Your Guide to the Barnevelder Chicken

If you’re planning on establishing a backyard coop on your property, you may have considered several chicken breeds. However, one that should not be overlooked is the Barnevelder Chicken or “barnie”. While this is a relatively new breed, the Barnevelder is a low maintenance chicken that looks great and has a fun personality. So, in this article, we’ll explore this breed in more detail to help you decide if it is the right choice for your coop.

Some Facts About the Barnevelder Chicken

Barnevelder egg color

Pet Name: The Barnevelder has a pet name of Barnies, which suits their fun personality.Bad Flyers: This breed has high wings and is very bad at flying. So, you need to consider this when setting up roosting spots.Multiple Colors: While the black arrowhead feather pattern is the most distinctive, this breed can be found in eight colors.Only Hens Have Patterning: Only the hens have the arrowhead feather patterning, as the roosters have plain feathers.

Where the Barnevelder Chicken Comes From

Although it is a relatively new breed, the exact heritage of this bird is unclear. It is safe to assume that the breed takes its name from Barneveld, which is east of Utrecht in the Netherlands. This area has a large agricultural college that specializes in poultry. For this reason, this area became well known for supplying eggs in Europe.

The original chickens in this area are likely to be older breeds such as “landrace”, but Oriental birds were introduced, so it is likely that Barnevelder is a cross breed with some imported varieties, such as Brahmas and Malays.

Barnevelder Characteristics

Barnevelder chickens have a beautiful pattern on their feathers, with double black lacing on the brown feathers, creating an arrowhead. This is a simple design, yet it creates an attractive effect, contrasted with black neck feathers that have no patterning.

The Barnevelder rooster does not have this arrowhead pattern. Male Barnevelders are a black breasted red color.

The birds have a compact rectangular body shape with high wings, which means this chicken does not fly very well. The neck is slightly arched, while the tail is at a 50 degree angle with moderate spread. The overall plumage is tight, while the comb is a 5 point single variety. The comb, earlobes and wattles are red, while the eyes are also red.

Barnevelders are a large bird, with hens weighing approximately five or six pounds, and roosters being a pound or two heavier.

The Barnevelder Temperament

Barnevelder chickens have a great temperament, with an easygoing attitude that means that they rarely squabble. Even Barnevelder roosters are quite calm. While they are quite chatty, their voices are fairly quiet and low, so you’ll be greeted with low key chatter, as they are always pleased to see their human friends.

Barnevelder chicken

They are quite active birds, so you will find the Barnevelder loves to free range. If you start at an early age, you can easily tame them to be a family pet and they are well suited to this. They are gentle and docile, so even if you have kids in your household, you shouldn’t have any issues.

Egg Laying

Barnevelder chickens are a robust bird that can tolerate a variety of climates. While they don’t particularly enjoy excessive heat and humidity, they can manage if they have plenty of water and shade. When in healthy condition, you can expect three or four eggs each week. The Barnevelder egg color is dark chocolate, but they are occasionally speckled. The eggs are large and generally a dark brown color, but some lighter colors can be produced, depending on the exact heritage of your Barnevelder.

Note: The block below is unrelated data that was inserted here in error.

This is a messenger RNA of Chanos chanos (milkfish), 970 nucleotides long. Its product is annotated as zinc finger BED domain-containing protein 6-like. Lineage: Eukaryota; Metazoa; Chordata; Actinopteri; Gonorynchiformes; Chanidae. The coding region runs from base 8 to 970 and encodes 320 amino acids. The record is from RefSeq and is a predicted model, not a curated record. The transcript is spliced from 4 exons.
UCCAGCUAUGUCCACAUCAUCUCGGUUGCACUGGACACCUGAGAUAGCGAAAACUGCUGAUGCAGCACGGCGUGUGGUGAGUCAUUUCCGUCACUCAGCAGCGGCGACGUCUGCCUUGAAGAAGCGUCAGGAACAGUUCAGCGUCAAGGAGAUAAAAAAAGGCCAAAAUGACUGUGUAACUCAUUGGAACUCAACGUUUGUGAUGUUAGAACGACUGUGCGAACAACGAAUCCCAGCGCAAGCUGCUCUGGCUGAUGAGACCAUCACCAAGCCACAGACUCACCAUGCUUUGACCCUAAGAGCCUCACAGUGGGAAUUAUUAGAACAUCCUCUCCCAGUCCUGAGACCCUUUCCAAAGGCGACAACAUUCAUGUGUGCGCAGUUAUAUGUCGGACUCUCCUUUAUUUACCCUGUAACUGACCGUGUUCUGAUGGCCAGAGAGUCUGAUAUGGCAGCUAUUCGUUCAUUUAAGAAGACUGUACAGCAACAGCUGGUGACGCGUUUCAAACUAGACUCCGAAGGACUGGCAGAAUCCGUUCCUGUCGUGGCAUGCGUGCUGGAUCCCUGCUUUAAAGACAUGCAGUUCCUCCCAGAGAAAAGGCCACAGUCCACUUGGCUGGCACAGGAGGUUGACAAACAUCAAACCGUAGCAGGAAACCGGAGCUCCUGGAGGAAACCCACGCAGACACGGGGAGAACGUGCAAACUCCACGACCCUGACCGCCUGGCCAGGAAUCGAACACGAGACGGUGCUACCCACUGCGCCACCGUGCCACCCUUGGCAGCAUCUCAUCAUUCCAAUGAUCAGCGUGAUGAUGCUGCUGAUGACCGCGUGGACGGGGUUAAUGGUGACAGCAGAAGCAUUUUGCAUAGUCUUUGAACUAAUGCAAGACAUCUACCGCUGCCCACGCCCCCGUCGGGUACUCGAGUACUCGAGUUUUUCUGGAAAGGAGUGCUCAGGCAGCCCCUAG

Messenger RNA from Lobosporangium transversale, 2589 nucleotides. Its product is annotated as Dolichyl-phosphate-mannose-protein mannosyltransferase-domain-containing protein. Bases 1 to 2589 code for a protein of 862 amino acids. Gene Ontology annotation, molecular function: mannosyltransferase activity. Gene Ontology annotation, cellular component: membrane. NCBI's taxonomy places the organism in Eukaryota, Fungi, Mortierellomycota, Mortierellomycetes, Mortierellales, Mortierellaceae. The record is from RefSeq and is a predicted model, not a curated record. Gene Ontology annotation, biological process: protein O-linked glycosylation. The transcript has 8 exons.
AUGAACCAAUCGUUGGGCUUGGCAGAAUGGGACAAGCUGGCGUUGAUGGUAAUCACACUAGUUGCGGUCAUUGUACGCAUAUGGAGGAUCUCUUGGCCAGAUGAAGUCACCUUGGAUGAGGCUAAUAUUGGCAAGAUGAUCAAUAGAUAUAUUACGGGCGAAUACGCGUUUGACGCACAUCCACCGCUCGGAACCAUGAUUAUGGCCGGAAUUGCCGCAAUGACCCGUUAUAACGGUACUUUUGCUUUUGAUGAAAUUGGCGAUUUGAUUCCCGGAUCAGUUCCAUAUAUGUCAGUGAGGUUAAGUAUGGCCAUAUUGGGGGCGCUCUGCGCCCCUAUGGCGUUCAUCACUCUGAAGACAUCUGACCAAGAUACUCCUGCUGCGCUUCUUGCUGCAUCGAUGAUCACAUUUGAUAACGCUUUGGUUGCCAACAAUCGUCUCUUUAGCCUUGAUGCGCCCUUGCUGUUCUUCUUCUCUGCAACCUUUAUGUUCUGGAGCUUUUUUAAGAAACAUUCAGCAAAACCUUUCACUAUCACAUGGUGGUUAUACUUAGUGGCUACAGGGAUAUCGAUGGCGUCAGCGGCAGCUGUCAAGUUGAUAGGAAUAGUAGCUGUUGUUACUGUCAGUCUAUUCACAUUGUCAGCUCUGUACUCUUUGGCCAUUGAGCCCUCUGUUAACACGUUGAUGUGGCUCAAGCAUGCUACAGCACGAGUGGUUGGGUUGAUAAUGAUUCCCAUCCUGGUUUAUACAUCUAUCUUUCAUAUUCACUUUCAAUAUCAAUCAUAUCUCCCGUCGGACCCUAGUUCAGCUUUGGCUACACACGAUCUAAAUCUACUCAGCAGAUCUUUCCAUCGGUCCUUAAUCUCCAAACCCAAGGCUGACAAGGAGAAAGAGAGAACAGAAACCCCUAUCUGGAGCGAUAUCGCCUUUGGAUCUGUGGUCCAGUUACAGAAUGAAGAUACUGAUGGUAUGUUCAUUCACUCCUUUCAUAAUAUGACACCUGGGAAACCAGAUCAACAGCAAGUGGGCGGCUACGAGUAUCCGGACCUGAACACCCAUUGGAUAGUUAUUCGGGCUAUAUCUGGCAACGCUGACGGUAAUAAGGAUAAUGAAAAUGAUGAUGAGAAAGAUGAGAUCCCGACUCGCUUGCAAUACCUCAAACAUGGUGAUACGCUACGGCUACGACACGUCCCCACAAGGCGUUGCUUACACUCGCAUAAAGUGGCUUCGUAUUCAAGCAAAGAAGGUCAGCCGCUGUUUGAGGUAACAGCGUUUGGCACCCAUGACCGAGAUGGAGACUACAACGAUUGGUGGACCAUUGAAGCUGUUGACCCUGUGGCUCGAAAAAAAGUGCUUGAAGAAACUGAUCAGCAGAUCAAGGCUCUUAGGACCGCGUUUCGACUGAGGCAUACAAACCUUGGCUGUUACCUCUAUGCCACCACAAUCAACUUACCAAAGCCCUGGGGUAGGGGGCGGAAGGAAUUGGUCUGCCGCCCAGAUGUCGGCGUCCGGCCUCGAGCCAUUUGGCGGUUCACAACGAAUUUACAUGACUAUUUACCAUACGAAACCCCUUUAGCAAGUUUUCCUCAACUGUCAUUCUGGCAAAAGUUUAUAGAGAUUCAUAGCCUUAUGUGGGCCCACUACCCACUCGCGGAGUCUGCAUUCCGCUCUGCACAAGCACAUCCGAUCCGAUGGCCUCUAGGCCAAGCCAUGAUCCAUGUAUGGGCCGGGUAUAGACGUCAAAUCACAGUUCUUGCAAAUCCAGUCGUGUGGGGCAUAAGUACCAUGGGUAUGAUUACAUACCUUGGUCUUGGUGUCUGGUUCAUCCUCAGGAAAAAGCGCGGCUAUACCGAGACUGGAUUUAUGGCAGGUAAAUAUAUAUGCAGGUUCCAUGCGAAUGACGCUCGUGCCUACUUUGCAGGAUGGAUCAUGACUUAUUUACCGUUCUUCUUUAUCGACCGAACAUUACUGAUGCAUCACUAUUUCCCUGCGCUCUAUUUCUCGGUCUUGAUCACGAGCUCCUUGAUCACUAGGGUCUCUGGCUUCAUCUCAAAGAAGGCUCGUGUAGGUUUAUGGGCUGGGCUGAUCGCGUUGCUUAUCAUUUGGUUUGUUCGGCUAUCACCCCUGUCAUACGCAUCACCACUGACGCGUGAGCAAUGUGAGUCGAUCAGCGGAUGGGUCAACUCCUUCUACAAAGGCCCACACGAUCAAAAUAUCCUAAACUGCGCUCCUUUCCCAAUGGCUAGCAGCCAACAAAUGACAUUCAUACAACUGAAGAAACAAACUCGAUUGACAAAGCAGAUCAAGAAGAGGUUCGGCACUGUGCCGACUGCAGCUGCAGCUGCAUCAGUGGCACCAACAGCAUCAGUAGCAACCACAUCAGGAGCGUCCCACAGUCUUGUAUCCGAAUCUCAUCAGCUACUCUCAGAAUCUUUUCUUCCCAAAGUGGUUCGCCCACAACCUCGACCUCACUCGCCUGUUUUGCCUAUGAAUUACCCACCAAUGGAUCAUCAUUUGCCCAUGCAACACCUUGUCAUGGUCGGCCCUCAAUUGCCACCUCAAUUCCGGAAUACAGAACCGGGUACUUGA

The hens are not typically particularly broody and they will lay throughout winter, making them a good choice for those looking for consistent egg production.


If you have hatchlings or young chicks, you’ll need to raise them on protein crumbles for at least eight weeks. After this point, you can move to a 16 to 20% protein feed in a crumble or pellet format. However, if the birds are under stress, such as molting, you’ll need to stick to the higher side of this protein ratio to boost their metabolism.

It is also important to have a separate container of insoluble grit, which helps this breed to digest food. This is not as crucial if you allow your Barnevelders to free range, since they can source grit for themselves. But, if your chickens are confined, it is a good idea to offer grit routinely.

As with any other chicken breed, it is also vital that they have access to ample clean, free water.

Who is the Barnevelder Chicken Best Suited For?

Barnevelders are gentle and docile, making them a delightful breed. They are well suited for a family flock, yet they thrive when free range. While they can tolerate confinement, they excel when free ranging. Since they are very friendly, you can allow them access to your yard, where they can help you with your pest control and weeding.

Barnevelder chickens are very friendly and they will often run to greet you when you appear in the yard. They are also very child friendly, particularly if you start them very young. In this case, they can make an excellent pet that will tolerate the attention of even younger children.

It would be difficult to find a more even-tempered chicken, they have an unflappable demeanor and can tolerate a variety of conditions. So, whether you’re setting up a younger farm or simply want to set up a coop in your backyard, you’ll find the Barnevelder a great breed.

The only potential downside to this breed is that they are highly prone to Marek’s Disease. So, you will need to ensure that they are properly vaccinated at birth. Other than the typical chicken issues of mites and lice, this is a fairly problem free, healthy chicken.